WAN emulation

Sep 20, 2012 at 3:18 AM

Hi!

 

I have just discovered your project, and I think it is great! But I find it difficult to use, as there are too few examples.

 

I was just wondering how the Wan Emulator works. I have configured an interface attached to a router, and then the router tx/rx connected to the Wan emulator tx/rx. I have setup up probability of packets loss to 100%, but nothing happens. Could you please provide some advice?

 

Thanks!

Coordinator
Sep 20, 2012 at 5:13 PM

Hi,

thank you for your kind words. :).
I know there are fery few examples, but I am here for support.

Here is an article concerning the WAN emulator: http://service.eex-dev.net/index.php?id=102

In general, Net Lab can only affect the traffic of other devices, which is being routed by the computer on which Net Lab is running, but not the traffic of the computer which is running Net Lab (due to technical restrictions).
It is, for example, possible to constrain the traffic flow of other devices on the local network to the gateway, or between two hosts or routers in a lab environment.

  • The first step is to set up routing, either between two interfaces or using only one interface. This can be done by linking the interfaces to a router, connecting the router to the WAN emulator like you probably already did. For routing, also adjustments to the routing table of the router could be necessary.
    An alternative to this step is to use the direct Interface I/O, but in this case you will need two network interfaces.
  • Then, you have to assure the routing is working. Try to access the destination and ensure that the traffic flows over the Net Lab instance. Try to ping between the two hosts and use the traffic dumper or the rx/tx signals of Net Lab to check. The other devices may need an altered IP configuration (with your Net Lab host as gateway). You can also choose to intercept the traffic via ARP Poisoning (With the ARP spoofer).
  • As soon as the traffic flows through Net Lab, it is possible to use the WAN emulator. Packet loss of 100% would drop all traffic.

If you give me some idea of what you are trying to do (and how your network environment is configured), I could give you some suggestions regarding the steps above, since there are many ways of modifying traffic, and some fit better than others.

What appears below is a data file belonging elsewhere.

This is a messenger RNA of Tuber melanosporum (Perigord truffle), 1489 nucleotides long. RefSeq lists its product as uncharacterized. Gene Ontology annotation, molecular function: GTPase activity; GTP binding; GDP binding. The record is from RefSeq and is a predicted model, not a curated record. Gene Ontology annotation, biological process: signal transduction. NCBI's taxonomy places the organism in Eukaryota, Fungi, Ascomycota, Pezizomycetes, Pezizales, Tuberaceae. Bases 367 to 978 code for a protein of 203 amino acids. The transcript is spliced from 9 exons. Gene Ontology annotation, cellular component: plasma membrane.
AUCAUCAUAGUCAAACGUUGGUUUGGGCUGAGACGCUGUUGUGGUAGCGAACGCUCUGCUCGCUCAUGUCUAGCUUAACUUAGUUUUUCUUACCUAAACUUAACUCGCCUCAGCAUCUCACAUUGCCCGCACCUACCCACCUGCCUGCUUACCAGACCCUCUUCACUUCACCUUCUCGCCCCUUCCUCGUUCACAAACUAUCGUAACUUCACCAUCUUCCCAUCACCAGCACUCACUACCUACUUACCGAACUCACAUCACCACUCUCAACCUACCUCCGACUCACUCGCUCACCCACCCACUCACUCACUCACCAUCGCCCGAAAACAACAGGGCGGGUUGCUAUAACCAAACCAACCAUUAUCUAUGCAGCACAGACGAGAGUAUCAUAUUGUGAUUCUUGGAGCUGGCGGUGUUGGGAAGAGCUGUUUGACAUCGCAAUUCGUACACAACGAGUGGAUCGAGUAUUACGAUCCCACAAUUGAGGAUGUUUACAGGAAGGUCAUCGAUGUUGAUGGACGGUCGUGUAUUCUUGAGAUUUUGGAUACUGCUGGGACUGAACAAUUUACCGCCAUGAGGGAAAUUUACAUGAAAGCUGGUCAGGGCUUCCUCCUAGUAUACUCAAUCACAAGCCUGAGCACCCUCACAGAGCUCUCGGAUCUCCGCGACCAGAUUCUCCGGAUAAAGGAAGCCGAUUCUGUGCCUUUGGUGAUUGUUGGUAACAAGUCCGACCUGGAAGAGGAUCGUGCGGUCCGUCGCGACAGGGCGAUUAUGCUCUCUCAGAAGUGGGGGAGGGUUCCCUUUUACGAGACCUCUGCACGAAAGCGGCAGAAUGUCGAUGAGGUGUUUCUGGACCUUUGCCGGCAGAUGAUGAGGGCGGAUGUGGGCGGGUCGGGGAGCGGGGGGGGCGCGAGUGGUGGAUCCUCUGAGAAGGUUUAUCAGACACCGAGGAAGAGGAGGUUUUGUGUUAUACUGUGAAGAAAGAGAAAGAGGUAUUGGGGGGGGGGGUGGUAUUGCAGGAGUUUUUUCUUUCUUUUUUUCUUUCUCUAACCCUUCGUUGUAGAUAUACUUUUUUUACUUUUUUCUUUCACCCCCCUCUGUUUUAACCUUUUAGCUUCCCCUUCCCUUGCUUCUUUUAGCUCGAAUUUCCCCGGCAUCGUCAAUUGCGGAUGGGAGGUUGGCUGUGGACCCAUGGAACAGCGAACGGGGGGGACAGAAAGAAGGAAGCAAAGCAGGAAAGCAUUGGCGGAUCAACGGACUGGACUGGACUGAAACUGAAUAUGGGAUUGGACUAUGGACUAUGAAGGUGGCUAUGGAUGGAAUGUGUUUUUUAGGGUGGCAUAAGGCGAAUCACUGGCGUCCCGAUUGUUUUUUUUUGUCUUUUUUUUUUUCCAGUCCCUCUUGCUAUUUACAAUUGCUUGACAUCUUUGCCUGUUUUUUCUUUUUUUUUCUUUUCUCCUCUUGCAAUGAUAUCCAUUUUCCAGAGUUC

Sep 20, 2012 at 6:25 PM

Hi emiswelt,

Thank you for your quick response!!

First I would like to know what are the technical restrictions for not affecting the traffic on the running computer. Do you mean the outbound traffic, the inbound or both?

But I want to do is just what your software seems to achieve, which is emulate packet loss, bandwith limit, etc. when you choose one adapter, and to see the effect on the same computer where the software is executing.

Actually, I don´t understand well then how you can affect other computers traffic but not the one running the software. So let´s say you have an adapter, setup a router in the software, and then a wan emulator.
If you do not add routing tables to the router, then it does not do anything? If your computer is let´s say 192.168.1.135 with gateway 192.168.1.1, and there is another computer in your LAN (let´s say 136), which is the routing configuration for seeing the emulation effect in 192.168.1.135 when comunicating with 192.168.1.136, or when comunicating with the rest of PCs in the LAN or with WAN?

I hope that I have explained my doubts correctly so that you can understand my goals.

Thank you very much again for your time!

Regards

Coordinator
Sep 20, 2012 at 11:53 PM

Hi

The problem with traffic of the host running Net Lab is that it is not possible to change it at the moment. You can analyze your own traffic (inbound and outbound), but it is not possible to intercept and change it before sending it out to the network or passing it up to the operation system. Traffic which is sent by other hosts and forwarded by Net Lab to it's desintation can be modified.

A router without extra entries in the routing table (default entries for the interface are added automatically) does only route between networks which are directly connected. For routing to a gateway to the internet, add a so known default route to the router. Set destination to 0.0.0.0, subnet mask to 0.0.0.0, next hop to your gateway address and metric to 10. This will ensure all traffic which is not addressed for the local network will be forwarded to your gateway, which sends it out to the internet. Also uncheck "Exclude Traffic from/to local host" in the interface settings panel for routing.

The only thing you have to do now is to ensure the other computer (192.168.1.136) is using the computer running Net Lab (192.168.1.135) as gateway. You can accomplish this pretty easy by changing the IP configuration of 192.168.1.136.

Now the traffic from 192.168.1.136 to the internet is sent to your computer running Net Lab, processed there, and then send to your gateway which forwards the packets to the internet. Other hosts in the network or communication between two hosts on the network are not affected.

You can test this by setting the packet loss to 50% and trying to ping a server on the internet from 192.168.1.136.


Regards,
Emi

Coordinator
Oct 7, 2012 at 11:07 PM

Hi Vedder,

Has your issue been resolved?

Best regards

Oct 11, 2012 at 8:45 AM

Hi emiswelt!

To tell you the truth, I have had no more time to play with the application, but I think it is really really cool. When I have some time in the future I would like to review it again, and be back to you for more comments.

 

Many thanks!!

 

Regards